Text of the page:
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Hummel – His Music

Songs

Hummel wrote his Tyrolean Air with Variations (1829) – a yodelling aria – at the request of the great soprano Maria Malibran. In Cecilia Bartoli’s concert tribute to Malibran (captured on DVD) it brings the house down and the audience to its feet. Humour, virtuosity, melody – it has it all! Tailor made by Hummel and surely no composer could have done it better. Recommended recording: Maria, Cecilia Bartoli, Decca DVD 074 3252

Download score of 2–piano reduction from IMSLP

Operas

Hummel wrote 15 operas in total, the first in 1797, the last around 30 years later, but most composed in his Vienna and Esterháza days. They include some recycled music, and some are lost, some unfinished. Those that exist are buried in museums and libraries. The most prominent is Mathilde von Guise, first performed in Vienna in 1810 and revised for a performance in Weimar in 1821. Suffice it to say that a concert performance I attended in November 2008 was the first in 175 years, and I was totally bowled over by it! The story is of Mathilde, the sister of the Duke de Guise, whose planned marriage of convenience to the King of Poland is prevented by her secret marriage to Monsieur Beaufort, the Duke’s secretary, providently supported by the passing–by King of France. So, a nice romance! The music is very fine, with Hummel deploying his substantial experience in orchestral, choral and vocal writing. He demonstrates a full absorption of Mozart’s skill in the many ensembles – 12 of 16 numbers – and each of the three acts concludes with full ensemble and chorus. The Overture has an opening adagio theme from three divided cellos, before we are off into a full orchestral tutti, led by the oboe. Then Hummel introduces more of the opera’s prominent themes, interspersed with virtuosic orchestral passages. Magical horns lead into the opening recitative and aria Chi mai saprà spiegar for the hero and tenor Beaufort, Adagio initially. It has memorable melodies and exquisite orchestration and gets the opera off to a great start. Next comes a Terzettino (Trio) for La Baronne (whom the Duke wants to marry off to Beaufort) and Nicolas, the gardener. Concise, witty and sparkling. A chorus of peasants enters with a swinging tune that demands dancing then other characters enter the scene. After an orchestral march the number accelerates, developing a great ensemble. A sublime duet between Mathilde and Beaufort Mi fà felice amor and becomes a trio when they are joined Beaufort’s valet. The Finale to Act 1 is thrilling as the drama unfolds – the Duke announcing his dynastic plans, and giving his blessing to the engagement of Beaufort’s valet, Valentin to Claudine. The music takes us through all the emotions and the number of participants builds until everyone is involved in the concluding Allegro vivace, with blazing trumpets and a high C from Mathilde ringing out in the final bars. Act 2 opens optionally with a delightful love duet for Valentin and Claudine before a magnificent Scena and Aria for Mathilde O ciel, che intensi mai? One of the high spots of the opera, vocally very demanding, it ought to be well known. Next comes a Trio for the Duke, Mathilde and Beaufort, fast and furious, orchestra brimming with additional contributions to the voices. The following Scena and Aria for the Duke is another tour–de–force, with a gorgeous triumphant orchestral postlude. A lilting Trio with Mathilde, Beaufort and La Baronne opens up the possibility of marriage, the conclusion of this number is as if Mozart still lived. Act 2 concludes by celebrating the marriage of Valentin and Claudine, and the future proposed Royal marriage, with Viva il nostro buon signor, with bucolic horns prominent – the pace gathers, chorus and soloists climax, they stop and Hummel catches us out by having an orchestral reprise. Act 3 opens with a Vaudeville: Venite tutti quanti, the swirling peasants choir celebrating. Next comes Mathilde’s Larghetto Romance, L’ombrosa notte, vien. It has two cellos for a highly individual accompaniment, chords of sombre horns and trumpets as if in a Dona nobis pacem of a Mass. Fabulous effect! A truly joyful duet for Mathilde and Beaufort O ciel! Resistere non posso is the climax of the opera. Their marriage is then depicted by a church choir (including sopranos and contraltos) singing an unaccompanied hymn, Padre nostro, gran Signor. The Duke’s outrage is overcome in a penultimate highly dramatic number as Mathilde and Beaufort go head to head with him – much dissonance and a fast and furious ending. The brief Finale, after the intervention of the King of France has ennobled Beaufort, brings the curtain down on a wonderful experience, trumpets and all. What other treasures may exist in Hummel’s other opera scores?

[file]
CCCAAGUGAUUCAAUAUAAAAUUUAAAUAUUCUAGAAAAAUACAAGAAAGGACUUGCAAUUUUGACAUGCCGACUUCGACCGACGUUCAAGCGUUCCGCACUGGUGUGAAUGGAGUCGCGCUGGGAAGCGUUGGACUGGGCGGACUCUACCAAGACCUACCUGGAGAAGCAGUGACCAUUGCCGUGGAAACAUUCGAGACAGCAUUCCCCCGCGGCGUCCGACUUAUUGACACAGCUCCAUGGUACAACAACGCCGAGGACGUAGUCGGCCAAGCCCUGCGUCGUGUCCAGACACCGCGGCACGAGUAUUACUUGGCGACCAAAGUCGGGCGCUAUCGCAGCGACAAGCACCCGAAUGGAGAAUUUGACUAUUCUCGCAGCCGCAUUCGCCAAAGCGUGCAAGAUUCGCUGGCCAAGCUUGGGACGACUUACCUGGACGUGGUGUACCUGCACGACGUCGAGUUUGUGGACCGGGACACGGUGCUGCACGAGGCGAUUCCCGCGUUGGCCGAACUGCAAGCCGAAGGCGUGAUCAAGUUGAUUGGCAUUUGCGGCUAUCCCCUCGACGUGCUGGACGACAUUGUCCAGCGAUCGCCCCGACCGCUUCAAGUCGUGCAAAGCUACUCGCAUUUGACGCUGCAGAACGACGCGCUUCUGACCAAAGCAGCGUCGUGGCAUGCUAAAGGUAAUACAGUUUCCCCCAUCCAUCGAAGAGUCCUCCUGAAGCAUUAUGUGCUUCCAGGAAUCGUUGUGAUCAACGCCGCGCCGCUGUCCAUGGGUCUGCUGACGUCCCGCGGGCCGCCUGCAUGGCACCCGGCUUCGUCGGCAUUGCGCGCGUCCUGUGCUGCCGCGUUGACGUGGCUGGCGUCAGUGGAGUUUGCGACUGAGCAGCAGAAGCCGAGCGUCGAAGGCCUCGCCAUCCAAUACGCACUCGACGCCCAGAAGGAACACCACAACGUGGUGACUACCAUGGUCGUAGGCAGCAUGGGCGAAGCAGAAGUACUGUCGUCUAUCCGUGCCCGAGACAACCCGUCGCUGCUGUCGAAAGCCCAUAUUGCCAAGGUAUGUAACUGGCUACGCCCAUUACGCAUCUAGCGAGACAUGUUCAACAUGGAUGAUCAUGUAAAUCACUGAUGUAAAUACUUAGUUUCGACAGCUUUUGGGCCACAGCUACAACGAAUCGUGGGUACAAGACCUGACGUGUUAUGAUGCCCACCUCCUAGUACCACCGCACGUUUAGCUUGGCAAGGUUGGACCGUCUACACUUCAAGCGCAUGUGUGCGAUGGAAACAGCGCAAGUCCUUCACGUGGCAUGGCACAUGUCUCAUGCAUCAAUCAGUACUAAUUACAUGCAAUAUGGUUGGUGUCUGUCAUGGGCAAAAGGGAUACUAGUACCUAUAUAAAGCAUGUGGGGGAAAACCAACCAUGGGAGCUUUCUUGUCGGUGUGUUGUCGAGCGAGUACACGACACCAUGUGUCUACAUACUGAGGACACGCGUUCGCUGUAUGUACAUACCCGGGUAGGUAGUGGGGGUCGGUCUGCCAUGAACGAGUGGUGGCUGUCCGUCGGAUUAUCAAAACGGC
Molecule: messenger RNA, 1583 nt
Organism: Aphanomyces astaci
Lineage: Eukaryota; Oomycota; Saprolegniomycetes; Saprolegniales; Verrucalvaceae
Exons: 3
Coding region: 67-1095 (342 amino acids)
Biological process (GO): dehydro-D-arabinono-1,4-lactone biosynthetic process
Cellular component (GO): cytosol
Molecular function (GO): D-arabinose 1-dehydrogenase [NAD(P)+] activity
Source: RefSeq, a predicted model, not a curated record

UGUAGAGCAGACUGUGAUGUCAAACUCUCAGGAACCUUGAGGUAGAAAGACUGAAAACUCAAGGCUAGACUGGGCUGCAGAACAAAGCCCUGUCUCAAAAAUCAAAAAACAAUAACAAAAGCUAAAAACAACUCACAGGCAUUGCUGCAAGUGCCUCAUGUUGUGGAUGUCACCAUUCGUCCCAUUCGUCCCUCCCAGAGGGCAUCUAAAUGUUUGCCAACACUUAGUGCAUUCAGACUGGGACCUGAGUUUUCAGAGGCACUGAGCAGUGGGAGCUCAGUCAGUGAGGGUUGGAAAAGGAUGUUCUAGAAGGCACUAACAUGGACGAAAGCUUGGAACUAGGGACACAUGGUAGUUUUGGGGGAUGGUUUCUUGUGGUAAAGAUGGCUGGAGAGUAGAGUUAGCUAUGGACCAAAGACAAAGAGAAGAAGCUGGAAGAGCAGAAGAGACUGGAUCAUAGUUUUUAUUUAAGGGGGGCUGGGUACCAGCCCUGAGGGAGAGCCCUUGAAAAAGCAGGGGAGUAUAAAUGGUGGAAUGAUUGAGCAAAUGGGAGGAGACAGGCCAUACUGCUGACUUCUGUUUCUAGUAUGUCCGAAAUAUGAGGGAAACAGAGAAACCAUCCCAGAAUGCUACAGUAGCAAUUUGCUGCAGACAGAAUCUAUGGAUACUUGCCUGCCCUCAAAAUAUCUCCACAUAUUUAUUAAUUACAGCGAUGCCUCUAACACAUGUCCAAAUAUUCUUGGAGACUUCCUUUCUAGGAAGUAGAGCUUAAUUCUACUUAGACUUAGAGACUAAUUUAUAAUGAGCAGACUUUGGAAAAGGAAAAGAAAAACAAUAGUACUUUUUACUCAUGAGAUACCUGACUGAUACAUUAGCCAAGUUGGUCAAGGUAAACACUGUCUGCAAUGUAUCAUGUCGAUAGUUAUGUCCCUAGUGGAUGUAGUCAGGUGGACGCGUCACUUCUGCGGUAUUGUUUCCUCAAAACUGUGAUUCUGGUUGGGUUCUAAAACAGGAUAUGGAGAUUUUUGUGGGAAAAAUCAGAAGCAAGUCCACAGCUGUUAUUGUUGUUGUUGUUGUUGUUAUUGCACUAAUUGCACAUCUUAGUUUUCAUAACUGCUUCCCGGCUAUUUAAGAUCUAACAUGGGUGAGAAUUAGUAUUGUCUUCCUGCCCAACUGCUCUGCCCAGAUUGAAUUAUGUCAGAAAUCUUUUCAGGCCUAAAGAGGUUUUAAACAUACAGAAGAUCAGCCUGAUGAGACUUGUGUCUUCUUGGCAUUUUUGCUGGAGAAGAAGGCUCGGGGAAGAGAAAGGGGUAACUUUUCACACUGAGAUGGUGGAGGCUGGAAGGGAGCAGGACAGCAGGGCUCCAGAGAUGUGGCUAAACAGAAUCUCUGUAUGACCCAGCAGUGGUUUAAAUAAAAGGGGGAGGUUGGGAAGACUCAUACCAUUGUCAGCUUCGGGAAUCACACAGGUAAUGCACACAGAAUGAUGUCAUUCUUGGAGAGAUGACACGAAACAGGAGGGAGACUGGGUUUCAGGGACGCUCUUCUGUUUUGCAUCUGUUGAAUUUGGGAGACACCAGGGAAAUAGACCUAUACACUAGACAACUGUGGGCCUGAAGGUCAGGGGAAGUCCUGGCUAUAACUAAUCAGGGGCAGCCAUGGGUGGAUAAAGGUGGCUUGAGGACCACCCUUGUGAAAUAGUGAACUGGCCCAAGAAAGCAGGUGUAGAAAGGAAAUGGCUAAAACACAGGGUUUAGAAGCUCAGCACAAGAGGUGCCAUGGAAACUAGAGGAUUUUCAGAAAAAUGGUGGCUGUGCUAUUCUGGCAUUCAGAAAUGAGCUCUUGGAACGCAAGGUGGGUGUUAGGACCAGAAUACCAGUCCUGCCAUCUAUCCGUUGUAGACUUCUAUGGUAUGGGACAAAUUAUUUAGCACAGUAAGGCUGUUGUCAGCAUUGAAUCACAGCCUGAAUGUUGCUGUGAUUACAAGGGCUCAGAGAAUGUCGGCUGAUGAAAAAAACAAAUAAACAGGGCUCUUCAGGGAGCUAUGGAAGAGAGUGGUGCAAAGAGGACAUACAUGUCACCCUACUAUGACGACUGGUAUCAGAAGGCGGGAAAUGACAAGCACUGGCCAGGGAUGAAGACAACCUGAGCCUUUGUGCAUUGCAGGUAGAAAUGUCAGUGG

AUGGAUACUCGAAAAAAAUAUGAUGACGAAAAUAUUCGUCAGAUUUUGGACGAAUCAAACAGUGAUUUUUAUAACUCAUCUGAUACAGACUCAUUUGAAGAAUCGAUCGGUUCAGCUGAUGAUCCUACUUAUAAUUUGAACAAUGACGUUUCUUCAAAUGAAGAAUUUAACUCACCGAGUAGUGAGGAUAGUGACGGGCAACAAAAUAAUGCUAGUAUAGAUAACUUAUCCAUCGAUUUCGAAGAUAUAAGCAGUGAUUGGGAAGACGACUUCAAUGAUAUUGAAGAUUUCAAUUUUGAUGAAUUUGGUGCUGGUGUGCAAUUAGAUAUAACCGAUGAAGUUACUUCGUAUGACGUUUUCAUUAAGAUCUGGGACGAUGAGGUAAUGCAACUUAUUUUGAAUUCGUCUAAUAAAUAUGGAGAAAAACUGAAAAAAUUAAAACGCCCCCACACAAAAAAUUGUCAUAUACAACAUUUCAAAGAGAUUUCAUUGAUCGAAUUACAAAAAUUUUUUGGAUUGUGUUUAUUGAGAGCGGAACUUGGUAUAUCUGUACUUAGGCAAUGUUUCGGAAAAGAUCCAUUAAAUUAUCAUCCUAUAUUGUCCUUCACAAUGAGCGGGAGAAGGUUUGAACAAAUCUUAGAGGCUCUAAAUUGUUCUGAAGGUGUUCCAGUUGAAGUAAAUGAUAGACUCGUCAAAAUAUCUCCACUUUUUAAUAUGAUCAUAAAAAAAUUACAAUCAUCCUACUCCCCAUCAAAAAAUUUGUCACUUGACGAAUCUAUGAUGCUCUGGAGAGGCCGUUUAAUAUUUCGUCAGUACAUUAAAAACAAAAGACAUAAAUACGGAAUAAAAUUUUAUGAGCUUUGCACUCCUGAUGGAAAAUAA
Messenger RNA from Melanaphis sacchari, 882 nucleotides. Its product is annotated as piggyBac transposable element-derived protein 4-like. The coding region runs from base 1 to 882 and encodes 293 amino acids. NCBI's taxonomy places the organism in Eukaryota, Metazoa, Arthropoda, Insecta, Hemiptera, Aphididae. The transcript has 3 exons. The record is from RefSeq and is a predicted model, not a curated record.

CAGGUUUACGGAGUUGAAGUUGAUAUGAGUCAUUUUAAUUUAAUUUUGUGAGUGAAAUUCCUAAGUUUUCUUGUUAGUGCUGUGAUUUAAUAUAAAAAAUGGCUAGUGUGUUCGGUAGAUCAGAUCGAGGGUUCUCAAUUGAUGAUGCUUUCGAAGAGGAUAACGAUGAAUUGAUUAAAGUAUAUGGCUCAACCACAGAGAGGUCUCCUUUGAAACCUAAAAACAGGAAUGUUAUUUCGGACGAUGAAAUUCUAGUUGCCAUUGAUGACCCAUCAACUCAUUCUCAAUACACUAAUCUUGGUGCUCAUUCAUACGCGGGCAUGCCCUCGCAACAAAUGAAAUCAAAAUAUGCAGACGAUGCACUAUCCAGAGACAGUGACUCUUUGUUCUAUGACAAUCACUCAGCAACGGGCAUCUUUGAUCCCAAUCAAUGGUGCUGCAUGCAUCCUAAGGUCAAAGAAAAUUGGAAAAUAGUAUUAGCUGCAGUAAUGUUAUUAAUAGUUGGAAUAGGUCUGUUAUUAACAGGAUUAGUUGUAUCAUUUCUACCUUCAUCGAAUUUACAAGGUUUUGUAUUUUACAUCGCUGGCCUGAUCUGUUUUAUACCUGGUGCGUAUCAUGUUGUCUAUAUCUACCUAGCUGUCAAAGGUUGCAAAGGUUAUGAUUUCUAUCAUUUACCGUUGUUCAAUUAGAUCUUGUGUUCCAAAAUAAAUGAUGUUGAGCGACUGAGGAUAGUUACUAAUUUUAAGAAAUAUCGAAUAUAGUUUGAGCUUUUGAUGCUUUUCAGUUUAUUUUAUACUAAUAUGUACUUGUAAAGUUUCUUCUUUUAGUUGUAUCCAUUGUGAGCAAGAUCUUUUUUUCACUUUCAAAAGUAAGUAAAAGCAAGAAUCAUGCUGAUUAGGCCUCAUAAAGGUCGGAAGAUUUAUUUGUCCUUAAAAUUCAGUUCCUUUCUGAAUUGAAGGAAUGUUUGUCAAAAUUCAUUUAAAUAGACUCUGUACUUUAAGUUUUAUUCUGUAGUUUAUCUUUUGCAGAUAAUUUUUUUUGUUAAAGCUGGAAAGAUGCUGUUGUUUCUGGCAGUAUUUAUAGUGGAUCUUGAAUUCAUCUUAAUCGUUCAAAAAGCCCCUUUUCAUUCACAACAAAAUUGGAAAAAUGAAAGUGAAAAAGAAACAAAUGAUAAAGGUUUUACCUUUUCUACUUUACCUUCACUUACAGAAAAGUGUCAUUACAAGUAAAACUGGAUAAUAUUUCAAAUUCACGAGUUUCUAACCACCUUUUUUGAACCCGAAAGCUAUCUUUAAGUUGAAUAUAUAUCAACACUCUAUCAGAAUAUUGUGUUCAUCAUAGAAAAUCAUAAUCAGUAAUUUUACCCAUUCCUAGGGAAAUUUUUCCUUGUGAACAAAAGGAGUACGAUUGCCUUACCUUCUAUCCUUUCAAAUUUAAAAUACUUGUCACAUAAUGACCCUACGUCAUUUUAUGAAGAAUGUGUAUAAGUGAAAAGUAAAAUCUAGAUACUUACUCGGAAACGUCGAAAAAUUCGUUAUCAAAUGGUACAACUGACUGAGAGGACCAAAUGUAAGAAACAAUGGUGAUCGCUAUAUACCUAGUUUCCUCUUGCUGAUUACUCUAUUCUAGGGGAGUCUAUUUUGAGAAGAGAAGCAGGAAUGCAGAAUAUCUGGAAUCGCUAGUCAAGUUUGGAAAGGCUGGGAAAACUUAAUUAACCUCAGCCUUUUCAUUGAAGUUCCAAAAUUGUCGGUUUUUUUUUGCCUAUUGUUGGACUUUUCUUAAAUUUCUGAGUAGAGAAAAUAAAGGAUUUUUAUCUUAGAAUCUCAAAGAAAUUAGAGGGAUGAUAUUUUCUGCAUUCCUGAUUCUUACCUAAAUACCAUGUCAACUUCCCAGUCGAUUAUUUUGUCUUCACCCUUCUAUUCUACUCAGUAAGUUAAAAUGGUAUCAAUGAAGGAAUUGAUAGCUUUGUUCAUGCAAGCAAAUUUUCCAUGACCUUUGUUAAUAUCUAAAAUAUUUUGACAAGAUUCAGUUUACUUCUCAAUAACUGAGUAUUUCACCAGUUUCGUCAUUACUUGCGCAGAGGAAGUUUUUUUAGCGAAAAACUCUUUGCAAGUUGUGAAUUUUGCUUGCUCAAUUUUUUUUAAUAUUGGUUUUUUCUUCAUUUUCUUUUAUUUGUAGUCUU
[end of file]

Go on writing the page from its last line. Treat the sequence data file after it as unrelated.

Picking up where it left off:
Recording on original instruments due 2009 on Brilliant Classics, cond. Didier Talpain

Scores available from Editions Symétrie, Lyon, France

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